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We first met Maggie on a post-Thanksgiving dinner walk around the lake. Painfully thin, the knobs of her spine and each rib showing, she was with a man who introduced her as “Miss Bones” when he noticed me eying her. The man was a vet, and the dog had been dropped off at his office by a kind soul who’d found her wandering around the east side of the state.

As I knelt to greet her, she wagged her tail and looked up at me. “I’m looking for a good home for her,” the man said. “Interested?” He scribbled his phone number on a scrap of paper and we continued our walk. As parents of four kids, juggling child-rearing with demanding jobs, our lives felt full already. We weren’t “dog people.” But I couldn’t get those liquid brown eyes or those velvety ears out of my mind. A few days later we called the number.

That’s how Maggie came to be ours.

She accompanied us on countless walks to the park. Slept on our youngest daughter’s bed every single night, even after she’d left for college. Barked at the mail carrier every single day. Ecstatically welcomed each family member home from school or work. Improved our moods.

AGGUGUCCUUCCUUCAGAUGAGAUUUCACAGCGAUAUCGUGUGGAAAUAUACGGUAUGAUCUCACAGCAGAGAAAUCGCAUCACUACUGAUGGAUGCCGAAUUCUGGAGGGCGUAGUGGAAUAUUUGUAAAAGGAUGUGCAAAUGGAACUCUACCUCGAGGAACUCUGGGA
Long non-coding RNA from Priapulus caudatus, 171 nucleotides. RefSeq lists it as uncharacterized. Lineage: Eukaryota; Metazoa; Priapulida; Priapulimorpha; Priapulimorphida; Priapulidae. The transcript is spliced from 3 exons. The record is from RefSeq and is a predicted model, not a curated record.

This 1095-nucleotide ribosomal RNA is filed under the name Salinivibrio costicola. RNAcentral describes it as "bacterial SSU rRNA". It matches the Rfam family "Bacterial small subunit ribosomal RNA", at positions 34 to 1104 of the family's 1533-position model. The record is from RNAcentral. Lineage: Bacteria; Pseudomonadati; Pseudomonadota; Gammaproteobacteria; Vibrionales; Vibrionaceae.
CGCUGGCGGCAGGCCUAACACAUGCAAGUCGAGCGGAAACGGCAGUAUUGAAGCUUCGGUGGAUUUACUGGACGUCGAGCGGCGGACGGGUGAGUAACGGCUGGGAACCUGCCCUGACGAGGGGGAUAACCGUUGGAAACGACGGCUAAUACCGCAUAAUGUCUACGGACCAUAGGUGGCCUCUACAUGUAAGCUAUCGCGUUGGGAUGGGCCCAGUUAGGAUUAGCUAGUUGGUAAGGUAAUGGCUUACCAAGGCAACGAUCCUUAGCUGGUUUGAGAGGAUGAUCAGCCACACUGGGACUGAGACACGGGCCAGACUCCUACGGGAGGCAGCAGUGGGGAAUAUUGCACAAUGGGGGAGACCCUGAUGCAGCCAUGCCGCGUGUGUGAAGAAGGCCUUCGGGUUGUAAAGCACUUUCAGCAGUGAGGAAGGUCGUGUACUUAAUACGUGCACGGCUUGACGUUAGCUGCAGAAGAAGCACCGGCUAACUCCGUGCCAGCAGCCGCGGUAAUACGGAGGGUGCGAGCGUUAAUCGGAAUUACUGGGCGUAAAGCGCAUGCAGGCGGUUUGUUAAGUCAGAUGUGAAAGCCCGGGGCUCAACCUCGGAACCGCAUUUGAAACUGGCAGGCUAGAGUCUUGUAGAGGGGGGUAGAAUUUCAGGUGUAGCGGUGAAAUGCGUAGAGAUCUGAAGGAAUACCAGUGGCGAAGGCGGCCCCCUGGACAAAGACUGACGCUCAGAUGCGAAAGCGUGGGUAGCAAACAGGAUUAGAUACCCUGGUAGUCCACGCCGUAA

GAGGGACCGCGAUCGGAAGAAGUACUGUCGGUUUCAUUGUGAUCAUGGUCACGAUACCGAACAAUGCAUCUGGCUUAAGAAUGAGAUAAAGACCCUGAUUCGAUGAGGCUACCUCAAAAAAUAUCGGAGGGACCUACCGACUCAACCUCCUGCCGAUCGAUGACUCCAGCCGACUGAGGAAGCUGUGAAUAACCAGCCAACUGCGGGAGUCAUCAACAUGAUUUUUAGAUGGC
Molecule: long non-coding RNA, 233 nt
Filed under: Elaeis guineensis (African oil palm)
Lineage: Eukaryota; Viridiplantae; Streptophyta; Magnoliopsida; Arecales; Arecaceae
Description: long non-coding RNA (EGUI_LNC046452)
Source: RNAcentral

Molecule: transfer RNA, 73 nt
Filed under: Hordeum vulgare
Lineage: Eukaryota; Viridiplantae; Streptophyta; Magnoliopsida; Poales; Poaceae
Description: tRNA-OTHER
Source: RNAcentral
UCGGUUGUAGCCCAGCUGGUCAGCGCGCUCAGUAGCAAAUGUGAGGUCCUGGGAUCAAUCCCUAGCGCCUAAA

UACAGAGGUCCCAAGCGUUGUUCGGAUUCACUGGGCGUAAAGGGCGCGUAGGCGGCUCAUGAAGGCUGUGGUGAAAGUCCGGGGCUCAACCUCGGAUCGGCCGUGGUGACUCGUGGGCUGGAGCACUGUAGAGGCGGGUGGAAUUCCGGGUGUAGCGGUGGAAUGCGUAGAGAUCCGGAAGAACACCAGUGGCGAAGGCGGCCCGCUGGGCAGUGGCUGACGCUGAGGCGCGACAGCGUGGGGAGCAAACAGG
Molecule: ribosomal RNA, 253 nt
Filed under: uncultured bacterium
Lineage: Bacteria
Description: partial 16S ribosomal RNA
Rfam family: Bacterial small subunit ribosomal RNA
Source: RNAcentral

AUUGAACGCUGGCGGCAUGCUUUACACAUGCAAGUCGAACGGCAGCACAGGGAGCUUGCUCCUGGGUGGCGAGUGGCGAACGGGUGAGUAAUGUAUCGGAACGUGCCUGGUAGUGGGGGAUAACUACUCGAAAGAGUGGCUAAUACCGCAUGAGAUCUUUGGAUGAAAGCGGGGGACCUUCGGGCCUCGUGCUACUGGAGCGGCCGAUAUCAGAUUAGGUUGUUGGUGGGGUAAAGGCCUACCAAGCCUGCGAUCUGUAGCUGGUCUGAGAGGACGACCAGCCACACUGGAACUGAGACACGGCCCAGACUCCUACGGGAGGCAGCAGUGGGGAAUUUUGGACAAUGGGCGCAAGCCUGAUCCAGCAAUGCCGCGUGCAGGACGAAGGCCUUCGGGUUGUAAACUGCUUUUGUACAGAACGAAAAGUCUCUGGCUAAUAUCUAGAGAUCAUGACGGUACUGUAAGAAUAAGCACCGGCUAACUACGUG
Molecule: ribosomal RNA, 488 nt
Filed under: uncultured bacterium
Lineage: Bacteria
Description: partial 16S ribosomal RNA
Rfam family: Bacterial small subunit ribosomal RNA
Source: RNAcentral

Fast-forward 12 years. Christmas time. All our kids were coming home.

I couldn’t get those liquid brown eyes or those velvety ears out of my mind.

By this time Maggie’s muzzle was more gray than reddish-brown. Her slushy heart valves sometimes made it hard for her to catch her breath. A couple of times on walks, her legs gave way. She couldn’t always make it outside to do her business.

We called the kids. The youngest, who was in town, said, “You know it’s time.” The others, due home the day before Christmas Eve, said, “Wait until we come home.”

On Christmas Eve morning we went to the park one last time. A light dusting of snow covered the ground as we all stood around, hands jammed deep into our pockets, watching Maggie sniff the familiar territory.

Then we headed to the vet’s. All of us—our kids, their spouses, and the dog—piled into cars and trooped into the office for her last appointment.

The vet indicated a small room. “Who wants to come in?” she said kindly. We all did.

We crowded into the space. One son lifted Maggie onto the table. Our oldest daughter removed her collar. I hugged Maggie tightly as the vet administered the syringe. Tears flowed all around as we surrounded our good old dog with love, awaiting the final heartbeat, final breath.

Maggie was an unexpected gift to our family for 12 years. Even in death she showed us how to love each other—as grown-up kids stood shoulder to shoulder with their parents, unwilling to let them do this hard thing by themselves.

Afterward I couldn’t help but think that little room at the vet had been a sacred space. A place of grace, even in our sadness.

I still miss Maggie. But I’m grateful for her presence in our family for all those years. And who knows what other unexpected gifts may lie ahead? I, for one, am keeping my eyes peeled.


Every happening, great and small, is a parable whereby God speaks to us, and the art of life is to get the message.

—Malcolm Muggeridge

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